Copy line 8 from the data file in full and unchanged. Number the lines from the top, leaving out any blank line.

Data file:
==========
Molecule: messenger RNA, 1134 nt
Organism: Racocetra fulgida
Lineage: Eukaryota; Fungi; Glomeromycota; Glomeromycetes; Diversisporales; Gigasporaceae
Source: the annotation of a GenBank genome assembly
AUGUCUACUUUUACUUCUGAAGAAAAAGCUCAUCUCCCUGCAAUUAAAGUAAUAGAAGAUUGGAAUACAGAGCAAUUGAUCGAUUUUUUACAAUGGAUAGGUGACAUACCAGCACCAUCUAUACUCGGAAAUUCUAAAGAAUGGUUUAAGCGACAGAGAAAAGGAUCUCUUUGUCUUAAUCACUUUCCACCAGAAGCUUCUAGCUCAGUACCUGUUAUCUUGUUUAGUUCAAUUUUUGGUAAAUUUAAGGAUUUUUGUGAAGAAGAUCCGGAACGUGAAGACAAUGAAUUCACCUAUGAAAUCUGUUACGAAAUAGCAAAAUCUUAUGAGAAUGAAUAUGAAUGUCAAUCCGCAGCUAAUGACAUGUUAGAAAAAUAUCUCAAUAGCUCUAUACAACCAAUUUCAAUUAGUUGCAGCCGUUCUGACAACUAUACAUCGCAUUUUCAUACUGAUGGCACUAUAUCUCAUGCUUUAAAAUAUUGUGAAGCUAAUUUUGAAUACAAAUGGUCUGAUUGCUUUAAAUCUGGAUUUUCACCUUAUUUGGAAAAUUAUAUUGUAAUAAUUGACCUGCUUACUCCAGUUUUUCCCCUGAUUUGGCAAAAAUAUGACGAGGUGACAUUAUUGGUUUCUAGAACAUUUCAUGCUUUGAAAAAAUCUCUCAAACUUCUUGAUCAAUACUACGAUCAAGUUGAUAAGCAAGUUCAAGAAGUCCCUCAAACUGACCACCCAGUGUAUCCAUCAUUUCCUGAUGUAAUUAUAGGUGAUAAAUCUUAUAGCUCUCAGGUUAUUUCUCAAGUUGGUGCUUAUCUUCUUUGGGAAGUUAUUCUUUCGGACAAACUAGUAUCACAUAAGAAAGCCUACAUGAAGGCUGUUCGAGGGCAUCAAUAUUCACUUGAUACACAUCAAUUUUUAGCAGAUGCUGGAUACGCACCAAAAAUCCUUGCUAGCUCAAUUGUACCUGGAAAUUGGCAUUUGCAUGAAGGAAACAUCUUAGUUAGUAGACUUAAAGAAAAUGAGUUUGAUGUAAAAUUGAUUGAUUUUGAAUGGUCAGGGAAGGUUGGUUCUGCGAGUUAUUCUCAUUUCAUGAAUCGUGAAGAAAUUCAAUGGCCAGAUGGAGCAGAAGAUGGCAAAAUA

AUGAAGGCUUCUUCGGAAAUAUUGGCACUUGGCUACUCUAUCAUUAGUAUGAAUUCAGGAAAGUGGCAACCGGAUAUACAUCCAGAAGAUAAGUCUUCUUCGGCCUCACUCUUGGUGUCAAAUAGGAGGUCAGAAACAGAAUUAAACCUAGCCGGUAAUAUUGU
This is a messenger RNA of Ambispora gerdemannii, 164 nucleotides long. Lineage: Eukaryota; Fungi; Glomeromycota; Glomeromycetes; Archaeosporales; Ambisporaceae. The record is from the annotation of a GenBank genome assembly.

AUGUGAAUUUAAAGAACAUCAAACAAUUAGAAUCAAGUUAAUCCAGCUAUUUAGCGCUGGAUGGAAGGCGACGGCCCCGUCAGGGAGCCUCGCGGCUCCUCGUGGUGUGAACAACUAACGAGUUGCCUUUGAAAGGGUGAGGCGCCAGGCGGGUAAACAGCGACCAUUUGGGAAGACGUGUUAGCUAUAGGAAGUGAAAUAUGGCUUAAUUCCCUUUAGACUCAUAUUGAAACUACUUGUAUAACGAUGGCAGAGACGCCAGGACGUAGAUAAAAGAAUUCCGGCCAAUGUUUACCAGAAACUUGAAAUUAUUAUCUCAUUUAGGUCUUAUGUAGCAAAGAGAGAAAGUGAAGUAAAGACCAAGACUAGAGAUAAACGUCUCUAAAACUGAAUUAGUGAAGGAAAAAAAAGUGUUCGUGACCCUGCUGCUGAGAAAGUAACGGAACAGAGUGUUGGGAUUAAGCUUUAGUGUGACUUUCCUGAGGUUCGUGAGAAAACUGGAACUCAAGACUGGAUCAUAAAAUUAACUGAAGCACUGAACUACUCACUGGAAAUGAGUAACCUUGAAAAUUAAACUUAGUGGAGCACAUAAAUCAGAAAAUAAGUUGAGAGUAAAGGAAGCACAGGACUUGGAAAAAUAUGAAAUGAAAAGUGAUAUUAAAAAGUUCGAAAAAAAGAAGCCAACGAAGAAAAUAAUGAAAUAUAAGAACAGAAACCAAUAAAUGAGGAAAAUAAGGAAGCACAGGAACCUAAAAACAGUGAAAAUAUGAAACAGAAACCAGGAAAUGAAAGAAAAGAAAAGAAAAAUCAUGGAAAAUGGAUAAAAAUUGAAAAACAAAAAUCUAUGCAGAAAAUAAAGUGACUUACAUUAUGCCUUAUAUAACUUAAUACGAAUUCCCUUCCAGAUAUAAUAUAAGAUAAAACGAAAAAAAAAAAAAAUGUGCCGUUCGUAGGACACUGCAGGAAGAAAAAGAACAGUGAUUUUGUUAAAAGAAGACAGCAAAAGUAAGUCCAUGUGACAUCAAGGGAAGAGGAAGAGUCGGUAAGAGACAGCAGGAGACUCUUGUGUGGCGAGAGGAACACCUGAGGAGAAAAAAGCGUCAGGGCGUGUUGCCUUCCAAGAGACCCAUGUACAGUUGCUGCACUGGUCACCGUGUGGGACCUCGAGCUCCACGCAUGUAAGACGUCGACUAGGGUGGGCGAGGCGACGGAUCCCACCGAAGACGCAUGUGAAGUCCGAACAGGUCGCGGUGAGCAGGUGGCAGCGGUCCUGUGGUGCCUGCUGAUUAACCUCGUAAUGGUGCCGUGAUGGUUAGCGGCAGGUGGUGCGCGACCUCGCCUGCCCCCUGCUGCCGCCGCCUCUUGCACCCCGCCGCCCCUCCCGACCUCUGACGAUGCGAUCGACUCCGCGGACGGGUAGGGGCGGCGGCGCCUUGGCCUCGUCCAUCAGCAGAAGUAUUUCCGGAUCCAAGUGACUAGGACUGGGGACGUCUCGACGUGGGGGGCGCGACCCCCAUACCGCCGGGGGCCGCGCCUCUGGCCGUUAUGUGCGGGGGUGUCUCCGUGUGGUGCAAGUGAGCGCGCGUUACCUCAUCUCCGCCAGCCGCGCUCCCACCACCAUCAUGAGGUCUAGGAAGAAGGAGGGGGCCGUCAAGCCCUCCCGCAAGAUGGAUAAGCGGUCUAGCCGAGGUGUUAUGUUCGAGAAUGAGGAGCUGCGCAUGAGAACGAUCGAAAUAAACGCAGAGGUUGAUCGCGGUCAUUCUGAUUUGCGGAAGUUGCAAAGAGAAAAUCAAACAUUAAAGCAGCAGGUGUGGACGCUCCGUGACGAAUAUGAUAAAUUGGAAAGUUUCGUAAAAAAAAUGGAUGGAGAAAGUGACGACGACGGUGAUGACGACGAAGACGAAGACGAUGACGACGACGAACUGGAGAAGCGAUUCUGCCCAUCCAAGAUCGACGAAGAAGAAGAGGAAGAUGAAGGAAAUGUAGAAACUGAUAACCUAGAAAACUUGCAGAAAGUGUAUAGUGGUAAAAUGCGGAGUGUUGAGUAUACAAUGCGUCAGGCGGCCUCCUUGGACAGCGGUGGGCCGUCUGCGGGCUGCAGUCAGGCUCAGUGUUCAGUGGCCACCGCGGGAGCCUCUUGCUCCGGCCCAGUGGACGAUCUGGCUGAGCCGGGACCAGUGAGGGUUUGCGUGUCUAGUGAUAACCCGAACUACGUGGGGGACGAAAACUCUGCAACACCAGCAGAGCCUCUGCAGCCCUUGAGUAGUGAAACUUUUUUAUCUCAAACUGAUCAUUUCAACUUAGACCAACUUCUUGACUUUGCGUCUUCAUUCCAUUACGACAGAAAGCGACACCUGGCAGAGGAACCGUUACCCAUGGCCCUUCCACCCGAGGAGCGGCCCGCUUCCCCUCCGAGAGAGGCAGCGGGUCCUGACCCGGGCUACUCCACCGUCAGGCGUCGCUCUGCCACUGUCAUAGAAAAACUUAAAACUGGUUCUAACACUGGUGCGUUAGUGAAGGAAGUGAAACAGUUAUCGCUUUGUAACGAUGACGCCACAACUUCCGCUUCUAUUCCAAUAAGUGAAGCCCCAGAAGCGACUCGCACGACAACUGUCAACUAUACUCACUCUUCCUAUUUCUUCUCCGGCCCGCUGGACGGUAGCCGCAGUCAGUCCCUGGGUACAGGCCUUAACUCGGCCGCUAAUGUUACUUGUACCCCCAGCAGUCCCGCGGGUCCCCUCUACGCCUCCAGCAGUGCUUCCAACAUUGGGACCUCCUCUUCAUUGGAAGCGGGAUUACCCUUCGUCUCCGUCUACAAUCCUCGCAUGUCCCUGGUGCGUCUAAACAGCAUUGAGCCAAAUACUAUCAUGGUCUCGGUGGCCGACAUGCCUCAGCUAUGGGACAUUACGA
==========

AUGUGAAUUUAAAGAACAUCAAACAAUUAGAAUCAAGUUAAUCCAGCUAUUUAGCGCUGGAUGGAAGGCGACGGCCCCGUCAGGGAGCCUCGCGGCUCCUCGUGGUGUGAACAACUAACGAGUUGCCUUUGAAAGGGUGAGGCGCCAGGCGGGUAAACAGCGACCAUUUGGGAAGACGUGUUAGCUAUAGGAAGUGAAAUAUGGCUUAAUUCCCUUUAGACUCAUAUUGAAACUACUUGUAUAACGAUGGCAGAGACGCCAGGACGUAGAUAAAAGAAUUCCGGCCAAUGUUUACCAGAAACUUGAAAUUAUUAUCUCAUUUAGGUCUUAUGUAGCAAAGAGAGAAAGUGAAGUAAAGACCAAGACUAGAGAUAAACGUCUCUAAAACUGAAUUAGUGAAGGAAAAAAAAGUGUUCGUGACCCUGCUGCUGAGAAAGUAACGGAACAGAGUGUUGGGAUUAAGCUUUAGUGUGACUUUCCUGAGGUUCGUGAGAAAACUGGAACUCAAGACUGGAUCAUAAAAUUAACUGAAGCACUGAACUACUCACUGGAAAUGAGUAACCUUGAAAAUUAAACUUAGUGGAGCACAUAAAUCAGAAAAUAAGUUGAGAGUAAAGGAAGCACAGGACUUGGAAAAAUAUGAAAUGAAAAGUGAUAUUAAAAAGUUCGAAAAAAAGAAGCCAACGAAGAAAAUAAUGAAAUAUAAGAACAGAAACCAAUAAAUGAGGAAAAUAAGGAAGCACAGGAACCUAAAAACAGUGAAAAUAUGAAACAGAAACCAGGAAAUGAAAGAAAAGAAAAGAAAAAUCAUGGAAAAUGGAUAAAAAUUGAAAAACAAAAAUCUAUGCAGAAAAUAAAGUGACUUACAUUAUGCCUUAUAUAACUUAAUACGAAUUCCCUUCCAGAUAUAAUAUAAGAUAAAACGAAAAAAAAAAAAAAUGUGCCGUUCGUAGGACACUGCAGGAAGAAAAAGAACAGUGAUUUUGUUAAAAGAAGACAGCAAAAGUAAGUCCAUGUGACAUCAAGGGAAGAGGAAGAGUCGGUAAGAGACAGCAGGAGACUCUUGUGUGGCGAGAGGAACACCUGAGGAGAAAAAAGCGUCAGGGCGUGUUGCCUUCCAAGAGACCCAUGUACAGUUGCUGCACUGGUCACCGUGUGGGACCUCGAGCUCCACGCAUGUAAGACGUCGACUAGGGUGGGCGAGGCGACGGAUCCCACCGAAGACGCAUGUGAAGUCCGAACAGGUCGCGGUGAGCAGGUGGCAGCGGUCCUGUGGUGCCUGCUGAUUAACCUCGUAAUGGUGCCGUGAUGGUUAGCGGCAGGUGGUGCGCGACCUCGCCUGCCCCCUGCUGCCGCCGCCUCUUGCACCCCGCCGCCCCUCCCGACCUCUGACGAUGCGAUCGACUCCGCGGACGGGUAGGGGCGGCGGCGCCUUGGCCUCGUCCAUCAGCAGAAGUAUUUCCGGAUCCAAGUGACUAGGACUGGGGACGUCUCGACGUGGGGGGCGCGACCCCCAUACCGCCGGGGGCCGCGCCUCUGGCCGUUAUGUGCGGGGGUGUCUCCGUGUGGUGCAAGUGAGCGCGCGUUACCUCAUCUCCGCCAGCCGCGCUCCCACCACCAUCAUGAGGUCUAGGAAGAAGGAGGGGGCCGUCAAGCCCUCCCGCAAGAUGGAUAAGCGGUCUAGCCGAGGUGUUAUGUUCGAGAAUGAGGAGCUGCGCAUGAGAACGAUCGAAAUAAACGCAGAGGUUGAUCGCGGUCAUUCUGAUUUGCGGAAGUUGCAAAGAGAAAAUCAAACAUUAAAGCAGCAGGUGUGGACGCUCCGUGACGAAUAUGAUAAAUUGGAAAGUUUCGUAAAAAAAAUGGAUGGAGAAAGUGACGACGACGGUGAUGACGACGAAGACGAAGACGAUGACGACGACGAACUGGAGAAGCGAUUCUGCCCAUCCAAGAUCGACGAAGAAGAAGAGGAAGAUGAAGGAAAUGUAGAAACUGAUAACCUAGAAAACUUGCAGAAAGUGUAUAGUGGUAAAAUGCGGAGUGUUGAGUAUACAAUGCGUCAGGCGGCCUCCUUGGACAGCGGUGGGCCGUCUGCGGGCUGCAGUCAGGCUCAGUGUUCAGUGGCCACCGCGGGAGCCUCUUGCUCCGGCCCAGUGGACGAUCUGGCUGAGCCGGGACCAGUGAGGGUUUGCGUGUCUAGUGAUAACCCGAACUACGUGGGGGACGAAAACUCUGCAACACCAGCAGAGCCUCUGCAGCCCUUGAGUAGUGAAACUUUUUUAUCUCAAACUGAUCAUUUCAACUUAGACCAACUUCUUGACUUUGCGUCUUCAUUCCAUUACGACAGAAAGCGACACCUGGCAGAGGAACCGUUACCCAUGGCCCUUCCACCCGAGGAGCGGCCCGCUUCCCCUCCGAGAGAGGCAGCGGGUCCUGACCCGGGCUACUCCACCGUCAGGCGUCGCUCUGCCACUGUCAUAGAAAAACUUAAAACUGGUUCUAACACUGGUGCGUUAGUGAAGGAAGUGAAACAGUUAUCGCUUUGUAACGAUGACGCCACAACUUCCGCUUCUAUUCCAAUAAGUGAAGCCCCAGAAGCGACUCGCACGACAACUGUCAACUAUACUCACUCUUCCUAUUUCUUCUCCGGCCCGCUGGACGGUAGCCGCAGUCAGUCCCUGGGUACAGGCCUUAACUCGGCCGCUAAUGUUACUUGUACCCCCAGCAGUCCCGCGGGUCCCCUCUACGCCUCCAGCAGUGCUUCCAACAUUGGGACCUCCUCUUCAUUGGAAGCGGGAUUACCCUUCGUCUCCGUCUACAAUCCUCGCAUGUCCCUGGUGCGUCUAAACAGCAUUGAGCCAAAUACUAUCAUGGUCUCGGUGGCCGACAUGCCUCAGCUAUGGGACAUUACGA